i has a NAND gate404 with one input connected to the line 56 and a second input connected to the line 132.
The output of'the NAND gate 404Jis connected through a differentiating circuit includinga series ca- 1 'pabitor406 connected to the junction ofresistors408 and 410 connected serially between the voltage termim1 190 and ground. The junction of the'resistors 408 and 410is connected to one inpu'tof a NORgate 41'2 I which has its outputconnected to clear inputs of flipnected in a binary counting arrangementto form a64 and 4l4f are connected "to' inputs of a' N-AN-D; gate14'20 M to" render the output at the NAND gate 421! 16w. when; f
ever thecount in the counter 4l6freaches 44. ff. Q The output-"of, the NAND? gate 420'itmmwed tofa' first ifipu dra NAND. gate T422 which thasflitsloutput I co n nected toan input of a NAND-funetion. gatej424i' connected to a controlling input of an oscillator426k The oscillator 426 is an integrated circuit with compooutput is connected by the line 134 to up input of the m mmies: (FIG. 10 A NAND gate 432 has a first inputlconnected to the output of the NAND gate 420, a second input connected to line 56, and an output connected to the clock input of a flip-flop 434 interconnected with :a flip-flop 436 in a binary counting arrangement. The 6 output of the flip-flop 434 is connected to the clock input of the flip-flop 436, a second input of the NAND gate 430 and to the line 144. The
Q output of the flip-flop 434 is connected to the first input of aNAND gate 438 which has its second input connected to the output of the inverter 428. t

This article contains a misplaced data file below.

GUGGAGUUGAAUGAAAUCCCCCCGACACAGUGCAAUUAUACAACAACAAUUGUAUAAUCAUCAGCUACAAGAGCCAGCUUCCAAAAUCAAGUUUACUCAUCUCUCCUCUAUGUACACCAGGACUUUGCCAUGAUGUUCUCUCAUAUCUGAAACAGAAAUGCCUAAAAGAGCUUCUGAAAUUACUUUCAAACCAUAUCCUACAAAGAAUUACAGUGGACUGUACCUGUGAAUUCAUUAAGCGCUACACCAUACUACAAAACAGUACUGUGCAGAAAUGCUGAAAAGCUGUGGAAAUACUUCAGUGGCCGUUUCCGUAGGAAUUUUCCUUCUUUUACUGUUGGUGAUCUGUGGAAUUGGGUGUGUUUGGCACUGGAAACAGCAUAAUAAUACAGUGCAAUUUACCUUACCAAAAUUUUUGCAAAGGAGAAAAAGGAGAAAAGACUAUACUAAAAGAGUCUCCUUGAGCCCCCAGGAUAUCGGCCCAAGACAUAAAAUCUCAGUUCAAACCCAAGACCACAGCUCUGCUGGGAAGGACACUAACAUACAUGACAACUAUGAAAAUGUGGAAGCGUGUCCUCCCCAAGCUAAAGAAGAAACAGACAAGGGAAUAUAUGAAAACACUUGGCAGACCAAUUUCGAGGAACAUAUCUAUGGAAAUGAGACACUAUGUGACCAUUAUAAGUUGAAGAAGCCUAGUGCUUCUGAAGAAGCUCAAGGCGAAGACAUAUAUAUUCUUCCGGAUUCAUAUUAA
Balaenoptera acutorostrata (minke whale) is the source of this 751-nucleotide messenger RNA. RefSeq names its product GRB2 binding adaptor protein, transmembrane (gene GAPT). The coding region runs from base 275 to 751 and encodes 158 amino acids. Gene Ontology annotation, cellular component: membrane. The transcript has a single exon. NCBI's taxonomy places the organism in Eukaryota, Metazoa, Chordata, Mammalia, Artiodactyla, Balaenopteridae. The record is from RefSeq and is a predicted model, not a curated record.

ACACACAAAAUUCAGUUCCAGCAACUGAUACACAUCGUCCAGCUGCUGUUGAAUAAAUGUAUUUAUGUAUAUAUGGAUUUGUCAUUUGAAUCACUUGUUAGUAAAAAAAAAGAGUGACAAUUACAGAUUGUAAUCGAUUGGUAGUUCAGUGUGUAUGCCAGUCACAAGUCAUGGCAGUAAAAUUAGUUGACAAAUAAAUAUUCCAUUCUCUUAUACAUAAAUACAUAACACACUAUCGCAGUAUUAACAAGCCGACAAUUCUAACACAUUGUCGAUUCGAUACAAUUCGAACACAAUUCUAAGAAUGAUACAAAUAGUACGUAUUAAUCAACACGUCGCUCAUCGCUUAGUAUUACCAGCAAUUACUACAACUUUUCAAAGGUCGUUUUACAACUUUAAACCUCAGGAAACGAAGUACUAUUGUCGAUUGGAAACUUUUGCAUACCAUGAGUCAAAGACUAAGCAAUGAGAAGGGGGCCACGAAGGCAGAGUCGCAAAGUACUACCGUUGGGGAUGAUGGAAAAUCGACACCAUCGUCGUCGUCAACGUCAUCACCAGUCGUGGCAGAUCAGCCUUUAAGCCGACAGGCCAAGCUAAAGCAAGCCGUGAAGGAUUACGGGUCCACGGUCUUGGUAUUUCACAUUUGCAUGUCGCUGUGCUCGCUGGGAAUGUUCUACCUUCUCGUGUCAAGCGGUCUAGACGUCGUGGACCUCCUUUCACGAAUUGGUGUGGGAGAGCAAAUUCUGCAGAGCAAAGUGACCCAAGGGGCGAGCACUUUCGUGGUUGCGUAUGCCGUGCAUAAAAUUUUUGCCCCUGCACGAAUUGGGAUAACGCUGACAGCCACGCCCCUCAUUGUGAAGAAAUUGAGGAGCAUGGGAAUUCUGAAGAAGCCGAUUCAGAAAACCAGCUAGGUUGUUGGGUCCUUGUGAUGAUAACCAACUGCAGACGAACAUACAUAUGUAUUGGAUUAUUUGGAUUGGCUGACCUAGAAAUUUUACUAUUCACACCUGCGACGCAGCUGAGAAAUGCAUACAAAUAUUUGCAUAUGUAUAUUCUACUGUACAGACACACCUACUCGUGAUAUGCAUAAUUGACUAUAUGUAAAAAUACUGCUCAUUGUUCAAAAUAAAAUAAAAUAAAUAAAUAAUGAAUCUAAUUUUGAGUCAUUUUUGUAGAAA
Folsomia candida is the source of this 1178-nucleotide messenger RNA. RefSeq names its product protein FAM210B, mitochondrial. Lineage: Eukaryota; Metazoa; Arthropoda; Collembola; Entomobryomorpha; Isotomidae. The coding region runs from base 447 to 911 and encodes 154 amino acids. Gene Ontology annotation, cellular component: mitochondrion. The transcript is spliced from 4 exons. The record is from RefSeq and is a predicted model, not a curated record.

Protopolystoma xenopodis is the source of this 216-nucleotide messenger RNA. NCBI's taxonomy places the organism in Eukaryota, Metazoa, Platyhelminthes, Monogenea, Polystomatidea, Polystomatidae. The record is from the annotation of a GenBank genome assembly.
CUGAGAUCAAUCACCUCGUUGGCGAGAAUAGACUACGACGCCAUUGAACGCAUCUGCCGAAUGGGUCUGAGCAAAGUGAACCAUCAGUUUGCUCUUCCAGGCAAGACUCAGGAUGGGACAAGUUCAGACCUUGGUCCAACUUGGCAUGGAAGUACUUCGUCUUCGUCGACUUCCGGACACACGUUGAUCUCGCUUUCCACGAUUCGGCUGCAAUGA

The Q output of the flip-flop 436 is connected to the J-K inputs of. the flip-flop434 to disable the flip-flop- 434 when it returns to its initial state. The output of the NAND gate 438 is connected by the line 136 to the down input of the counter 392 (FIG. 10). Lines 134, 13.6 and 56 are connected to inputs of a NAND gate 442 which has its output connected by an inverter 444 to a differentiating circuit including a capacitor 446 to the junction of apair of resistors 448 and 450 con-" nected across the voltage terminal 190 and ground. The junction of the resistors 448 and 450 is connected v.
i to the line 153. Line 118 is connected to clear inputs of the flip-flops 434 and 436 and to preset or set inputs Line is connected to a first input of a NAND gate 456 while theline. 123 isconnected by an inverter 458 to a second input; of the NAND gate 456. The output of the NANDgate 456 biased by a resistor 460 to the voltage terminal '190 is connected to an input of a one shot.462'which;has an enable input connected to line 56. The output of the oneshot 462 is connected to the line 129.'Also the output of theNAND gate 456 is connected byan inve'rter464 to a clock input of a flip-flop 466. The negative-going output of the flip-flop 466 is connected to the secondinput of the NAND gate 422 while the positive-going output ofv the flipflop 466 is connected to the first'input of a NAND gate 468 which has its output connected to a second input of the NAND-function gate 424. Also the negative-going output of the flip-flop 466 is connected to an input of a one shot 470 which has its output cor nected to a second .input of the NOR gate 412.'The-Q output of the flipflop434 is connected to a second input'of theone shot The output of the NAND gate .456 is connected throughfian integration type delaycir cuit, including a series resistor 472ficonnectedlto fia c'apacitor 474 shunted to ground. toa'n input ofa'one'shot 4'16 which I has'ione output connected, to 'ajsec ond input of NAlflD gate 468. .The on'efshot'476 is selected to produc'ea pulse duration equal to the timelof four pulses from the oscillator 426. The output of the NANDgate 1420 is connected to a differentiating circuit including a serial capacitor 478 connected to the junction of apair of resist'ors 480 and 482 in series between the voltage termi nal 190 and ground. The junction of the resistors 480 and 482 is connected to the clear input of the flip-flop 466.